Gene therapy show tremendous promise when it comes to fighting the battle of Parkinson’s. Parkinson’s disease is associated with degeneration or death of dopamine producing nerve cells in the basal ganglia. As these cells die, movement problems become worse. See Parkinson’s overview to learn more…
What is gene therapy? Gene therapy involves inserting a specific gene into a cell so the recipient cell can use that gene to produce the gene product, something otherwise missing in this cell.
This therapy is especially important to conditions like Parkinson’s disease since dopamine nerve cell lost is a known problem in this condition. Gene therapy can alter the course of Parkinson’s diseases if the gene can be turned on or ‘expressed’ in brain cells to produce more dopamine or promote healthier cells less likely to die.
How is gene therapy performed? Once a potentially helpful gene is identified, scientists need to find ways to incorporate that gene into a nerve cell. One technique is to use viruses that do not cause human disease but do get into or ‘infect’ cells. Once such virus is the adenovirus. The desired gene is incorporated into the DNA of the adenovirus. This virus is surgically placed into the target area of the brain where it gains entry to the nerve cell is loans its DNA to that cell.
Are gene therapies available for Parkinson’s disease? Gene therapy is in the research phase although results are promising. The following studies showed initial promise with improvement in Parkinson’s movement symptoms in open label studies tested on a small number of patients. Two promising gene therapy studies are highlighted below:
- Nerve Growth Factor
- Cere-120. This gene produces neurturin a growth factor similar to GDNF designed to promote cell sprouting and cell health. The hope is that this action will reduce the number of dopamine nerve cells that degenerate or die over time. A phase 2 research trial with a sham surgery arm (patients that received the Ceregene 120 product were compared to patients that underwent surgery without the treatment to control for the placebo effect) did not show a statistically significant difference in movement symptoms after one year. However , a closer look at the results did show some benefit if the patient had milder disease and when patients were followed over 2 years rather than one year.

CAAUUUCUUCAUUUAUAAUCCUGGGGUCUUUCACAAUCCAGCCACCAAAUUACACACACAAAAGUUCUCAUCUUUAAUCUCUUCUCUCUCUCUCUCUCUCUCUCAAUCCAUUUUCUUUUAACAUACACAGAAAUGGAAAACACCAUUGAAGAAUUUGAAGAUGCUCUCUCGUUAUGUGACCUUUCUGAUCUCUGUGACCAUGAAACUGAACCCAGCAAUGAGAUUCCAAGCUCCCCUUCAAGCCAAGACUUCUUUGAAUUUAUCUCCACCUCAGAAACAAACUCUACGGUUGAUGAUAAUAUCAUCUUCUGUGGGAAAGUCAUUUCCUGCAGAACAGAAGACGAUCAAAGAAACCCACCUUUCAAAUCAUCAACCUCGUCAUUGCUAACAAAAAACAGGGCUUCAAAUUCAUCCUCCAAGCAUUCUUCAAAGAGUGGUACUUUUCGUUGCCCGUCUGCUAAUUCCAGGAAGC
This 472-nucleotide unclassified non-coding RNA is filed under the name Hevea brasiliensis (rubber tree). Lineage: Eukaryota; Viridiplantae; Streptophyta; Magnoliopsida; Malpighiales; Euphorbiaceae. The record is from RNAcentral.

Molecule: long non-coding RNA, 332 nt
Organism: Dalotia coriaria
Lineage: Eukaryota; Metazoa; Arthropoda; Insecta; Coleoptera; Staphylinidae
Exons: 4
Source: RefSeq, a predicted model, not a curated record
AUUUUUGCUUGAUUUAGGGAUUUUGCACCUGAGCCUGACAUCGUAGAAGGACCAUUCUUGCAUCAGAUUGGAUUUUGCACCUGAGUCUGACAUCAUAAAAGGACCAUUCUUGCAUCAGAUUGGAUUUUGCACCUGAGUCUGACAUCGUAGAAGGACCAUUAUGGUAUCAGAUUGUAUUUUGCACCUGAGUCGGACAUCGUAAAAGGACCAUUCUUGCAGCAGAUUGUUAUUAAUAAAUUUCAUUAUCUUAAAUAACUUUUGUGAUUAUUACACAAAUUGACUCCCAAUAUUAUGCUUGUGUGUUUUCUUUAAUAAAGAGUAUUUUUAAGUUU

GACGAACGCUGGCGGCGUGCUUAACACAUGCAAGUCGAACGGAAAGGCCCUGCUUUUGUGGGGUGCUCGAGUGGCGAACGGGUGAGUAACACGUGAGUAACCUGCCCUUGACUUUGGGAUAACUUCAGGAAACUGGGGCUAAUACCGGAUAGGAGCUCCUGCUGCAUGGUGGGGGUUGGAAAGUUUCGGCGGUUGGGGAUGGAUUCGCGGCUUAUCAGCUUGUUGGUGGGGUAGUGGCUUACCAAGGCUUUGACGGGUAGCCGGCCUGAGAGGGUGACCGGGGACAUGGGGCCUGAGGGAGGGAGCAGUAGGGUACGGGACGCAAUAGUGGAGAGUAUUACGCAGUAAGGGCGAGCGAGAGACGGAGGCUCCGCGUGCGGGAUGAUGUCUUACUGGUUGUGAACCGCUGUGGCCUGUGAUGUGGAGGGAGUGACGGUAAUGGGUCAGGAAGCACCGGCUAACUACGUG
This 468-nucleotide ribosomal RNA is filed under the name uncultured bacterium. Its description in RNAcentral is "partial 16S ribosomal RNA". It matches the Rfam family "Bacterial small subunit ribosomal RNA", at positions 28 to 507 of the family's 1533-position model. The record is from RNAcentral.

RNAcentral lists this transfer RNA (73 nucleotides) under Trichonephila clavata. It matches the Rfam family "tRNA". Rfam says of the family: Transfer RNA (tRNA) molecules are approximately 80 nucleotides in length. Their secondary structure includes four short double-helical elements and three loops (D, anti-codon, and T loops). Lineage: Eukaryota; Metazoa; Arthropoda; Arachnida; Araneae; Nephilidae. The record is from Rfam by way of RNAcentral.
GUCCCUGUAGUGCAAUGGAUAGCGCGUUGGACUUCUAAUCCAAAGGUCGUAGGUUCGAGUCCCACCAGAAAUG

- Another study is underway using different doses and brain placement, and a longer follow-up period.
- Genes that Change Enzymes
- Glutamic acid decarboxylase (GAD). This enzyme increases the breakdown of glutamate to a chemical called GABA. Glutamate is present in excess in the subthalamic nucleus (STN). Reducing this neurotransmitter appears to cause similar effects as STN DBS surgery. A sham controlled study in moderately advanced PD showed a some improvement in motor control in the gene therapy group compared with placebo. Effects were not as large as current treatment with DBS and effect was measured after 6 months so longer term results will be needed.
- Unanswered Questions
- More work will need to be done before gene therapy is proven safe and effective. To date, positive results have not been associated with dramatic motor improvement and the effects over a longer period of time will be needed.
- Additional concerns are whether this therapy can lead to unanticipated gene mutations and immune responses that would not be reversible.
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Author: Monique Giroux, MD
Copyright 2011 Northwest Parkinson's Foundation Wellness Center